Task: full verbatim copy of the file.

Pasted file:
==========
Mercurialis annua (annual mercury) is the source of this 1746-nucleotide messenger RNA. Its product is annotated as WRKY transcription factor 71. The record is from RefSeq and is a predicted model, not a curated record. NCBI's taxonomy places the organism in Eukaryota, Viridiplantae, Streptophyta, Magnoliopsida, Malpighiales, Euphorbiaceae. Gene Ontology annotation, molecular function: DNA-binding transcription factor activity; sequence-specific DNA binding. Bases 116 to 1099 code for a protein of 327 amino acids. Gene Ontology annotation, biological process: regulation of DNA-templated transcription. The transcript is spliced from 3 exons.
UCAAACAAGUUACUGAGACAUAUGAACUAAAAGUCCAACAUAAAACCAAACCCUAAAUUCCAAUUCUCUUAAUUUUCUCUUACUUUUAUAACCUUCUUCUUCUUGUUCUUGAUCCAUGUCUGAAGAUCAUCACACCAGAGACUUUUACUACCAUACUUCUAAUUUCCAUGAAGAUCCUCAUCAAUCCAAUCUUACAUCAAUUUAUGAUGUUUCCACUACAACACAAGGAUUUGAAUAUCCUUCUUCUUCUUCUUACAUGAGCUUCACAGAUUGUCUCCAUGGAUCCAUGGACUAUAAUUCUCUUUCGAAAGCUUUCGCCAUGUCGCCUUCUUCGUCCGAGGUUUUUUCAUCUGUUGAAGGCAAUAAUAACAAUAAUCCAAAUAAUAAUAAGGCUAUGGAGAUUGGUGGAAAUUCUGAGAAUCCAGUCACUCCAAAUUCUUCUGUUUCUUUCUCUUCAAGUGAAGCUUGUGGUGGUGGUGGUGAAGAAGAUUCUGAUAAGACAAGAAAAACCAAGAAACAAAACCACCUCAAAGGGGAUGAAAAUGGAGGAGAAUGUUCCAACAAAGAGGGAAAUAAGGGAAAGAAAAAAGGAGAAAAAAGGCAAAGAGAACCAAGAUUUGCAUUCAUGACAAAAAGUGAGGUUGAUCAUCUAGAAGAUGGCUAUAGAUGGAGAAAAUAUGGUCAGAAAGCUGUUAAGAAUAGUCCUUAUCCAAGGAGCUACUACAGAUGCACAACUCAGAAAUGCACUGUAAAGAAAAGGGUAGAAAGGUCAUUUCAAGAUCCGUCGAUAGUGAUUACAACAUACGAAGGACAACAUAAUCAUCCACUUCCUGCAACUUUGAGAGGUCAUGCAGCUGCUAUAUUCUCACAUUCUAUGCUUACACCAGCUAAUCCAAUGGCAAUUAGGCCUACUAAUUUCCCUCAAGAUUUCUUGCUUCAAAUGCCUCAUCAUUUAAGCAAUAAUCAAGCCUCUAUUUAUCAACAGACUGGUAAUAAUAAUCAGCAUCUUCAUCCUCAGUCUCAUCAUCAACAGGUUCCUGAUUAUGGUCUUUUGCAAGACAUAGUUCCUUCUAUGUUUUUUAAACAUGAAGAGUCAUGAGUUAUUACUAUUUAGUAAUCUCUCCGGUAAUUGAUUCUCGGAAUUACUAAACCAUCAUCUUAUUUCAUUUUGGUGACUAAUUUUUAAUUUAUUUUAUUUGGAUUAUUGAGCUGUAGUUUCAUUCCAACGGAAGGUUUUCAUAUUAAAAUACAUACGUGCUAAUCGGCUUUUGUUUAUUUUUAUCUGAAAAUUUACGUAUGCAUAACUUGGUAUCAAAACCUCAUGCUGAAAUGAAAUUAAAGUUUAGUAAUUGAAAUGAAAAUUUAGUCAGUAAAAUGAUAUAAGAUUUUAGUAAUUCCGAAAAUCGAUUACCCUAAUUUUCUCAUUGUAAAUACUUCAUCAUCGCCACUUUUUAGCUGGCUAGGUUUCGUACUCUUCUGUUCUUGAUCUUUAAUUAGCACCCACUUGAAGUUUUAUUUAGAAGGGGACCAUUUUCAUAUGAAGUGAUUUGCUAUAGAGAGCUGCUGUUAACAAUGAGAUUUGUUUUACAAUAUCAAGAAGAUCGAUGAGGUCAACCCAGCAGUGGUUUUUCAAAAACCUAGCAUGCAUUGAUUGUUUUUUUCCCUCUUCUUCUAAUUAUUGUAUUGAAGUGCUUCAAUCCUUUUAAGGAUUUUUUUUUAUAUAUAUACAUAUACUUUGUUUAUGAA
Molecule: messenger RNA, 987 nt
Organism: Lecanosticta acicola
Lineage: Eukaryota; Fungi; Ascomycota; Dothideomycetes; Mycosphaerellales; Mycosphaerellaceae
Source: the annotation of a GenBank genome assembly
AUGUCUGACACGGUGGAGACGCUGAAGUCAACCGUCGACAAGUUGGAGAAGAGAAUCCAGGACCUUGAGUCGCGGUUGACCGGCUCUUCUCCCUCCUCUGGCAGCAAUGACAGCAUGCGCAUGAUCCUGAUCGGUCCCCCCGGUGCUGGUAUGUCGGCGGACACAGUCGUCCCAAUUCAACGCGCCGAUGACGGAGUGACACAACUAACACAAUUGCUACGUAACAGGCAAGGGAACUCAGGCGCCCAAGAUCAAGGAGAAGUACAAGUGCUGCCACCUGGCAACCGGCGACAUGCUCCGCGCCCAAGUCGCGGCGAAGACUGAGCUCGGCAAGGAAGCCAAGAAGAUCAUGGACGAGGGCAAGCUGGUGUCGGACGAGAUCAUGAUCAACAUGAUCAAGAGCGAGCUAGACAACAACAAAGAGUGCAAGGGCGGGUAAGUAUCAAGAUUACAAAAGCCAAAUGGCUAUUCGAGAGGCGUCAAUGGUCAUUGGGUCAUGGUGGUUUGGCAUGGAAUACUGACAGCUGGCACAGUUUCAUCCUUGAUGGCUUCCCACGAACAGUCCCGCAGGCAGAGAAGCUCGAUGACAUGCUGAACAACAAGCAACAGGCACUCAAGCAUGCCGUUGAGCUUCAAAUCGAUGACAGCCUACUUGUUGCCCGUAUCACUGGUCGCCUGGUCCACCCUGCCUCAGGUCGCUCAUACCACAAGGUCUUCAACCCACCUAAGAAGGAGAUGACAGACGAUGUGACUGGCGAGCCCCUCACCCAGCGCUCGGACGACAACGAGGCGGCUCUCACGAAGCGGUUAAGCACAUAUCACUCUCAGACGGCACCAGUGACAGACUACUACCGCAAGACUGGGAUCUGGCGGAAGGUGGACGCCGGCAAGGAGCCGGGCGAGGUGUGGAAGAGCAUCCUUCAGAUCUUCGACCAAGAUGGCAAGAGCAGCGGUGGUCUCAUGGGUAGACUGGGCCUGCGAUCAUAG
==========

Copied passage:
Mercurialis annua (annual mercury) is the source of this 1746-nucleotide messenger RNA. Its product is annotated as WRKY transcription factor 71. The record is from RefSeq and is a predicted model, not a curated record. NCBI's taxonomy places the organism in Eukaryota, Viridiplantae, Streptophyta, Magnoliopsida, Malpighiales, Euphorbiaceae. Gene Ontology annotation, molecular function: DNA-binding transcription factor activity; sequence-specific DNA binding. Bases 116 to 1099 code for a protein of 327 amino acids. Gene Ontology annotation, biological process: regulation of DNA-templated transcription. The transcript is spliced from 3 exons.
UCAAACAAGUUACUGAGACAUAUGAACUAAAAGUCCAACAUAAAACCAAACCCUAAAUUCCAAUUCUCUUAAUUUUCUCUUACUUUUAUAACCUUCUUCUUCUUGUUCUUGAUCCAUGUCUGAAGAUCAUCACACCAGAGACUUUUACUACCAUACUUCUAAUUUCCAUGAAGAUCCUCAUCAAUCCAAUCUUACAUCAAUUUAUGAUGUUUCCACUACAACACAAGGAUUUGAAUAUCCUUCUUCUUCUUCUUACAUGAGCUUCACAGAUUGUCUCCAUGGAUCCAUGGACUAUAAUUCUCUUUCGAAAGCUUUCGCCAUGUCGCCUUCUUCGUCCGAGGUUUUUUCAUCUGUUGAAGGCAAUAAUAACAAUAAUCCAAAUAAUAAUAAGGCUAUGGAGAUUGGUGGAAAUUCUGAGAAUCCAGUCACUCCAAAUUCUUCUGUUUCUUUCUCUUCAAGUGAAGCUUGUGGUGGUGGUGGUGAAGAAGAUUCUGAUAAGACAAGAAAAACCAAGAAACAAAACCACCUCAAAGGGGAUGAAAAUGGAGGAGAAUGUUCCAACAAAGAGGGAAAUAAGGGAAAGAAAAAAGGAGAAAAAAGGCAAAGAGAACCAAGAUUUGCAUUCAUGACAAAAAGUGAGGUUGAUCAUCUAGAAGAUGGCUAUAGAUGGAGAAAAUAUGGUCAGAAAGCUGUUAAGAAUAGUCCUUAUCCAAGGAGCUACUACAGAUGCACAACUCAGAAAUGCACUGUAAAGAAAAGGGUAGAAAGGUCAUUUCAAGAUCCGUCGAUAGUGAUUACAACAUACGAAGGACAACAUAAUCAUCCACUUCCUGCAACUUUGAGAGGUCAUGCAGCUGCUAUAUUCUCACAUUCUAUGCUUACACCAGCUAAUCCAAUGGCAAUUAGGCCUACUAAUUUCCCUCAAGAUUUCUUGCUUCAAAUGCCUCAUCAUUUAAGCAAUAAUCAAGCCUCUAUUUAUCAACAGACUGGUAAUAAUAAUCAGCAUCUUCAUCCUCAGUCUCAUCAUCAACAGGUUCCUGAUUAUGGUCUUUUGCAAGACAUAGUUCCUUCUAUGUUUUUUAAACAUGAAGAGUCAUGAGUUAUUACUAUUUAGUAAUCUCUCCGGUAAUUGAUUCUCGGAAUUACUAAACCAUCAUCUUAUUUCAUUUUGGUGACUAAUUUUUAAUUUAUUUUAUUUGGAUUAUUGAGCUGUAGUUUCAUUCCAACGGAAGGUUUUCAUAUUAAAAUACAUACGUGCUAAUCGGCUUUUGUUUAUUUUUAUCUGAAAAUUUACGUAUGCAUAACUUGGUAUCAAAACCUCAUGCUGAAAUGAAAUUAAAGUUUAGUAAUUGAAAUGAAAAUUUAGUCAGUAAAAUGAUAUAAGAUUUUAGUAAUUCCGAAAAUCGAUUACCCUAAUUUUCUCAUUGUAAAUACUUCAUCAUCGCCACUUUUUAGCUGGCUAGGUUUCGUACUCUUCUGUUCUUGAUCUUUAAUUAGCACCCACUUGAAGUUUUAUUUAGAAGGGGACCAUUUUCAUAUGAAGUGAUUUGCUAUAGAGAGCUGCUGUUAACAAUGAGAUUUGUUUUACAAUAUCAAGAAGAUCGAUGAGGUCAACCCAGCAGUGGUUUUUCAAAAACCUAGCAUGCAUUGAUUGUUUUUUUCCCUCUUCUUCUAAUUAUUGUAUUGAAGUGCUUCAAUCCUUUUAAGGAUUUUUUUUUAUAUAUAUACAUAUACUUUGUUUAUGAA
Molecule: messenger RNA, 987 nt
Organism: Lecanosticta acicola
Lineage: Eukaryota; Fungi; Ascomycota; Dothideomycetes; Mycosphaerellales; Mycosphaerellaceae
Source: the annotation of a GenBank genome assembly
AUGUCUGACACGGUGGAGACGCUGAAGUCAACCGUCGACAAGUUGGAGAAGAGAAUCCAGGACCUUGAGUCGCGGUUGACCGGCUCUUCUCCCUCCUCUGGCAGCAAUGACAGCAUGCGCAUGAUCCUGAUCGGUCCCCCCGGUGCUGGUAUGUCGGCGGACACAGUCGUCCCAAUUCAACGCGCCGAUGACGGAGUGACACAACUAACACAAUUGCUACGUAACAGGCAAGGGAACUCAGGCGCCCAAGAUCAAGGAGAAGUACAAGUGCUGCCACCUGGCAACCGGCGACAUGCUCCGCGCCCAAGUCGCGGCGAAGACUGAGCUCGGCAAGGAAGCCAAGAAGAUCAUGGACGAGGGCAAGCUGGUGUCGGACGAGAUCAUGAUCAACAUGAUCAAGAGCGAGCUAGACAACAACAAAGAGUGCAAGGGCGGGUAAGUAUCAAGAUUACAAAAGCCAAAUGGCUAUUCGAGAGGCGUCAAUGGUCAUUGGGUCAUGGUGGUUUGGCAUGGAAUACUGACAGCUGGCACAGUUUCAUCCUUGAUGGCUUCCCACGAACAGUCCCGCAGGCAGAGAAGCUCGAUGACAUGCUGAACAACAAGCAACAGGCACUCAAGCAUGCCGUUGAGCUUCAAAUCGAUGACAGCCUACUUGUUGCCCGUAUCACUGGUCGCCUGGUCCACCCUGCCUCAGGUCGCUCAUACCACAAGGUCUUCAACCCACCUAAGAAGGAGAUGACAGACGAUGUGACUGGCGAGCCCCUCACCCAGCGCUCGGACGACAACGAGGCGGCUCUCACGAAGCGGUUAAGCACAUAUCACUCUCAGACGGCACCAGUGACAGACUACUACCGCAAGACUGGGAUCUGGCGGAAGGUGGACGCCGGCAAGGAGCCGGGCGAGGUGUGGAAGAGCAUCCUUCAGAUCUUCGACCAAGAUGGCAAGAGCAGCGGUGGUCUCAUGGGUAGACUGGGCCUGCGAUCAUAG